New Hampshire, USA -- Toshiba announced plans this week to install 100-megawatts (MW) worth of PV plants in the devastated Fukushima region of Japan as the solar industry continues to jockey to take advantage of lucrative Feed-in Tariffs announced to take hold at the beginning of July.
Japan, which installed 1.3 gigawatts (GW) of solar in 2011 expects to see that number spike as high as 4.7 GW by the end of 2012. Currently, renewables make up little more than 1 percent of the nation’s energy mix.
Toshiba’s plant — bigger than a 70-MW project announced earlier by Kyocera — expects to come online by 2014. According to analysts, Kyocera, Panasonic and Sharp are among the entrenched Japanese companies that could benefit from the expected $9.6 billion investment that is expected to follow the 53-cent per kilowatt hour payout.
Chinese solar powers Yingli and Suntech are already moving ahead with plans to tap into the surging Japanese market while thin-film maker Solar Frontier remains a strong candidate to fill a good portion of the domestic market. One question still to be decided is whether First Solar will be able to take advantage of the new demand. First Solar’s thin film panels use cadmium telluride, which is banned in Japan.
Vestas Closes China Factory: Danish wind turbine maker Vestas is to close a factory in China after already scrapping plans for a manufacturing plant in the UK. Vestas announced today that up to 350 jobs would be lost as a result of the closure of the Hohhot factory.
Suzlon Gains on China Wind Sale: Suzlon Energy shares ended higher on Monday after the wind energy firm said that it has sold its Chinese manufacturing subsidiary to China Power (Tianjin) New Energy Development Company for Rs 340 crore.
Chinese Seek Duty on U.S. Silicon: Chinese polysilicon makers are pressing their government to impose duties on U.S. imports, a move to drive up prices for competing supplies of the material used in solar panels, four people familiar with the issue said.
Deals Near on Two Indonesia Geothermal Projects: Panax Geothermal’s Indonesian geothermal projects have made progress with finalisation of power purchase agreements for two projects expected soon.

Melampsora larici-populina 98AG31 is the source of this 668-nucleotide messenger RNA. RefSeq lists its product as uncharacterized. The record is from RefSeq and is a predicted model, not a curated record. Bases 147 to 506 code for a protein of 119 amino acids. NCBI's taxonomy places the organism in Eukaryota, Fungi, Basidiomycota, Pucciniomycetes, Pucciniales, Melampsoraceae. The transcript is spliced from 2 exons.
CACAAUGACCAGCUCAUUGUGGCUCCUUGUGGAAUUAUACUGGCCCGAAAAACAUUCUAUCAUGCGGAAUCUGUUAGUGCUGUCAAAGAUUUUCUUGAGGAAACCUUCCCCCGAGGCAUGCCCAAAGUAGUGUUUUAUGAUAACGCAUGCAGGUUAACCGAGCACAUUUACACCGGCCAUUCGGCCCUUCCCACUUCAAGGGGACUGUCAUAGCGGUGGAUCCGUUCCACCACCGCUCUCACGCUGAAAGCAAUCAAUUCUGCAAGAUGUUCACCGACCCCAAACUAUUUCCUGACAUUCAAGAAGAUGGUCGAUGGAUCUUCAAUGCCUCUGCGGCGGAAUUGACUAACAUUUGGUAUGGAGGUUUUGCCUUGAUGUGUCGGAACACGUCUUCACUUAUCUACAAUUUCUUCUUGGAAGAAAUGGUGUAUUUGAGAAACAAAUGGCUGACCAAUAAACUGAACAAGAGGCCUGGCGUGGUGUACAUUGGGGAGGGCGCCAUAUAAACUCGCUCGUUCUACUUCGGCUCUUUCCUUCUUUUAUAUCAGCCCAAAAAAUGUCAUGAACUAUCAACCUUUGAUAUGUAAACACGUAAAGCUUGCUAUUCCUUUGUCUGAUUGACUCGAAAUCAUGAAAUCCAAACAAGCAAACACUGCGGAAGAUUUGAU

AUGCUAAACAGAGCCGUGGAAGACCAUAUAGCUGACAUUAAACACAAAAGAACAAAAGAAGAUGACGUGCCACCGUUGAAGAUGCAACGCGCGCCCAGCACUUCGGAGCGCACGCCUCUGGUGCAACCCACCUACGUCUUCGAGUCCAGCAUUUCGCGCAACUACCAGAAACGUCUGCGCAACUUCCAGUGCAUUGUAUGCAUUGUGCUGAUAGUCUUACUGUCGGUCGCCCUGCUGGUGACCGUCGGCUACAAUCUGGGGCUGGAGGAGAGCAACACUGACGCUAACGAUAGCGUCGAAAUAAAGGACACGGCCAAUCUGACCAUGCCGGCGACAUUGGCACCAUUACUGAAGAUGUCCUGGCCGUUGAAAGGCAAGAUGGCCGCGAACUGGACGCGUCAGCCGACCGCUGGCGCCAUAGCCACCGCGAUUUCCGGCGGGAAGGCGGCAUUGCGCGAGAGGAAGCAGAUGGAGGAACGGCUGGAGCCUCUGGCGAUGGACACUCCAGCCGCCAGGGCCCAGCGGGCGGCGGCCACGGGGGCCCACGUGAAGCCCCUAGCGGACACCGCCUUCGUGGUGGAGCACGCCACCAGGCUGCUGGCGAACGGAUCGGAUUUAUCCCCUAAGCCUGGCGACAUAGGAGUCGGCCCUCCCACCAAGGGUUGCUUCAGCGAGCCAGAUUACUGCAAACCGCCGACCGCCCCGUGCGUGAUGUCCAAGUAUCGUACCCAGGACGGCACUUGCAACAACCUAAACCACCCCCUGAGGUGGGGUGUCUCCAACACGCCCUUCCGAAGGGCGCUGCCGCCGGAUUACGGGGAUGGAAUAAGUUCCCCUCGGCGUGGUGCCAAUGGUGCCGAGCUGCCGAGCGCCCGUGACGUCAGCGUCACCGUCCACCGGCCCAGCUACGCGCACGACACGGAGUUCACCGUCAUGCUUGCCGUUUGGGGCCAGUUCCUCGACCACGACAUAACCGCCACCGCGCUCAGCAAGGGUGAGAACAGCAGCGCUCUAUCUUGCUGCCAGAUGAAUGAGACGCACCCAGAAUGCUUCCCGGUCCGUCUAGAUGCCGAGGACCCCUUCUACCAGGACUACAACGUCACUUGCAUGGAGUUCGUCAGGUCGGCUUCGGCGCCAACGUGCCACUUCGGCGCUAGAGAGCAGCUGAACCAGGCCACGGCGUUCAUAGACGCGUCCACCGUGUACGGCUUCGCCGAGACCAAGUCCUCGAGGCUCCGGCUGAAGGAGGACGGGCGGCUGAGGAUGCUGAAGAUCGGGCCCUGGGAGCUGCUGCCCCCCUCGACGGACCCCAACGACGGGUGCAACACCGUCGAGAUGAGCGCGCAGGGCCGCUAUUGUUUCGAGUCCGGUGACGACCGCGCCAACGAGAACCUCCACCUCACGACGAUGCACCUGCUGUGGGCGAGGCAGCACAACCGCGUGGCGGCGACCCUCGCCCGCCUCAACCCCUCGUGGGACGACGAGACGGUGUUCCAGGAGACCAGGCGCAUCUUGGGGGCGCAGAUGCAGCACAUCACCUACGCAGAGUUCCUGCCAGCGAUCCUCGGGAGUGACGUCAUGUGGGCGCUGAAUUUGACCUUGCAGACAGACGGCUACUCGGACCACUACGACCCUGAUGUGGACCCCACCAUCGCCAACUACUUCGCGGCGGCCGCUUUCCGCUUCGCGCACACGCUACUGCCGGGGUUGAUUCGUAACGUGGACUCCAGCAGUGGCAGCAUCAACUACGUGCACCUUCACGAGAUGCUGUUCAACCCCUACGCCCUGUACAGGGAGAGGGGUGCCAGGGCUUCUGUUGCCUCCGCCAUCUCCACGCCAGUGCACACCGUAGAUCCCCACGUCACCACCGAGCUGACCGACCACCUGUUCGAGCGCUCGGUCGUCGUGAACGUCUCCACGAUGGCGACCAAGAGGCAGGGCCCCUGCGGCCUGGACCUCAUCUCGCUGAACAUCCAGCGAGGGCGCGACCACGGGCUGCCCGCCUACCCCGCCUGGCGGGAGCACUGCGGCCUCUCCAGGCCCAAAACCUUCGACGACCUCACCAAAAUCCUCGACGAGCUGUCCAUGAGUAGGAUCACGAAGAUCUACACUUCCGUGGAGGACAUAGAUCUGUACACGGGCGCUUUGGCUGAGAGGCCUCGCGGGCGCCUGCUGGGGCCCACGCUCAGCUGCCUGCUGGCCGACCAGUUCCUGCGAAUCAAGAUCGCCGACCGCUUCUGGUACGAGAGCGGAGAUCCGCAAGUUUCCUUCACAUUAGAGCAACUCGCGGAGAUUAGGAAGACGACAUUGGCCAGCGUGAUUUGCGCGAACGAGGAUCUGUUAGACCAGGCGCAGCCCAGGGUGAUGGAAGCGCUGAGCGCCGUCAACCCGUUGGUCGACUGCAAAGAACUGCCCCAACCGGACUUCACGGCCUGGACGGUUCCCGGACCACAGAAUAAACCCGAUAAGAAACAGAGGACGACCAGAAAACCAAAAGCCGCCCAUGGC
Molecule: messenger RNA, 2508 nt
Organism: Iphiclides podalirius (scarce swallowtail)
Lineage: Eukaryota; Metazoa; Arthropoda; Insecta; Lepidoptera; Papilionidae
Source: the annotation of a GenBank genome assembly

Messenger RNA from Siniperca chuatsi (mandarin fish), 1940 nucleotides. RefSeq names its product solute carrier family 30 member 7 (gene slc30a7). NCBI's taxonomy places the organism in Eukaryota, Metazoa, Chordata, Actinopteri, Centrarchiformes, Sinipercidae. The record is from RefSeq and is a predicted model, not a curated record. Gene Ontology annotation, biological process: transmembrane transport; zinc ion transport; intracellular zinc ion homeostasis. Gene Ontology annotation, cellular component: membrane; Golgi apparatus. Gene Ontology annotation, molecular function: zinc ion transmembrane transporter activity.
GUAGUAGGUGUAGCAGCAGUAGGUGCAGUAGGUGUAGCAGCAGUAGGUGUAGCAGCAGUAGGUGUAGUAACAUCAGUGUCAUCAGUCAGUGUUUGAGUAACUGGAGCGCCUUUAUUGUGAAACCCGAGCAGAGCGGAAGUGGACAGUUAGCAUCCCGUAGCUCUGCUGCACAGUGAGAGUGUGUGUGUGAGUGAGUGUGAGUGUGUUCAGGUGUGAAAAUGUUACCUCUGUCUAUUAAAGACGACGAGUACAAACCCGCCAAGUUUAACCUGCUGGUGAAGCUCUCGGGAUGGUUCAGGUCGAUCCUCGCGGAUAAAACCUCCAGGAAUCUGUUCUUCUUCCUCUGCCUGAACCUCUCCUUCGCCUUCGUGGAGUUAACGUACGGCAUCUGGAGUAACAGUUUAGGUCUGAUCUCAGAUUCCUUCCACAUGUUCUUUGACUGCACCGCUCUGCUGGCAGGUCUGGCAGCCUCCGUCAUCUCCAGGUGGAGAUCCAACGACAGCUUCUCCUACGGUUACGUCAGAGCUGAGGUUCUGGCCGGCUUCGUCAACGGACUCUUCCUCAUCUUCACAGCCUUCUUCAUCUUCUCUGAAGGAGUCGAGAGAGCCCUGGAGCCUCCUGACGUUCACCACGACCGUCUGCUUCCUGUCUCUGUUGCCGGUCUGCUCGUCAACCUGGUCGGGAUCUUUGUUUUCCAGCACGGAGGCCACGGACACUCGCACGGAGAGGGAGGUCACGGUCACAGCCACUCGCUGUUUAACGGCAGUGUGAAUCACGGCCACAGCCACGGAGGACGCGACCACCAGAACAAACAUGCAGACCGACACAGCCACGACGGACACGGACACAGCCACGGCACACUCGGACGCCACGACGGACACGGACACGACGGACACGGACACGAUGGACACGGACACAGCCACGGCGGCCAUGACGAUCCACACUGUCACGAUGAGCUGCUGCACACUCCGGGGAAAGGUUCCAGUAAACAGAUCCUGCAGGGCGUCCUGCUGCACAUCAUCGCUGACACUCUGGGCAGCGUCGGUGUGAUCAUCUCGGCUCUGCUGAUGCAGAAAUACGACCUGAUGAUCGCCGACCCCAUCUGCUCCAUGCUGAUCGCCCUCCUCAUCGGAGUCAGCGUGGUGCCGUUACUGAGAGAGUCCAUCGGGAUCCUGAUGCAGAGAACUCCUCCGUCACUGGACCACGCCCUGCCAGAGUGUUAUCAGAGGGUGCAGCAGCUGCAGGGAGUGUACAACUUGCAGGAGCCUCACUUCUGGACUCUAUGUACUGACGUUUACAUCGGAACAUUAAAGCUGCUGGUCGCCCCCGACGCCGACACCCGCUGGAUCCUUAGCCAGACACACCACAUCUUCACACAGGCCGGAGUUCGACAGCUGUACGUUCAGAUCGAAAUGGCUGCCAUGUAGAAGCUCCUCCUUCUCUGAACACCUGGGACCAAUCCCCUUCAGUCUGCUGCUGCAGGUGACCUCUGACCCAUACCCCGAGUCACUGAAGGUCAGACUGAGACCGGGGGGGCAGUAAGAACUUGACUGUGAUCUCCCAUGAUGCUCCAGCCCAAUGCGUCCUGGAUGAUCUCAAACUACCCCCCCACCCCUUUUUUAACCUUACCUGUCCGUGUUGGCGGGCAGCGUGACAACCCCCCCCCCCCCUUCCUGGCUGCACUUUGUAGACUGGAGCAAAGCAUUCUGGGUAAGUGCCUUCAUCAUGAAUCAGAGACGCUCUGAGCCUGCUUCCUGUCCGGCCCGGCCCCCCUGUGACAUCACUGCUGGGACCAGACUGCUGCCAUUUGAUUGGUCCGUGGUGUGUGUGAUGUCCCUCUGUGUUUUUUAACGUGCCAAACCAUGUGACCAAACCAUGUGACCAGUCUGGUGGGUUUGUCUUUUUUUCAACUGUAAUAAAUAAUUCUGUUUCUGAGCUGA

Japan’s Renewable Advocate: Long-time renewable energy advocate and anti-nuclear activist Tetsuya Iida announced he is running for governor of Yamaguchi prefecture as an independent candidate. Iida has a good chance at upsetting the nominees of the two traditional parties. Iida, head of the Institute for Sustainable Energy Policies, was instrumental in the formation of the Japan Renewable Energy Foundation.
Nepal Plans to Draw Hydro Investors: The Nepali Investment Board is hoping a recently approved hydropower development plan will help attract more than US$6 billion in investments.
Benefits of Hydro in India: With coal supply remaining erratic and controversies dogging nuclear energy, hydropower could hold the key to India's energy security and put an end to power cuts, according to a study
Toward a Northeast Asia Renewable Energy Association: A detailed look at how northeast Asia is working to build a broad coalition on the united need for increased renewable energy.
Thailand’s Push for Solar: Thailand aims to produce up to 20 percent of its total electricity from renewables by 2022 and install 1 GW of solar capacity by 2020. The Ministry of Energy has already received applications from solar power companies for on-grid connections exceeding 2 GW, and the country plans to allocate 700 MW to PV and 1,300 MW to solar thermal.
Biomass and Biofuel in India: India produces about 450 million to 500 million tons of biomass per year. Biomass provides over 30 percent of all the primary energy used in the country at present. It is estimated that the potential in the short term for power from biomass in India varies from about 18,000 MW, when the scope of biomass is as traditionally defined, to a high of about 50,000 MW if one were to expand the scope of definition of biomass. The current share of biofuels in total fuel consumption is extremely low and is confined to just 5 percent blending of ethanol in gasoline, which the government has made mandatory in 10 states. Currently, biodiesel is not sold on the Indian fuel market, but the government plans to meet 20 percent of the country's diesel requirements by 2020 using biodiesel.
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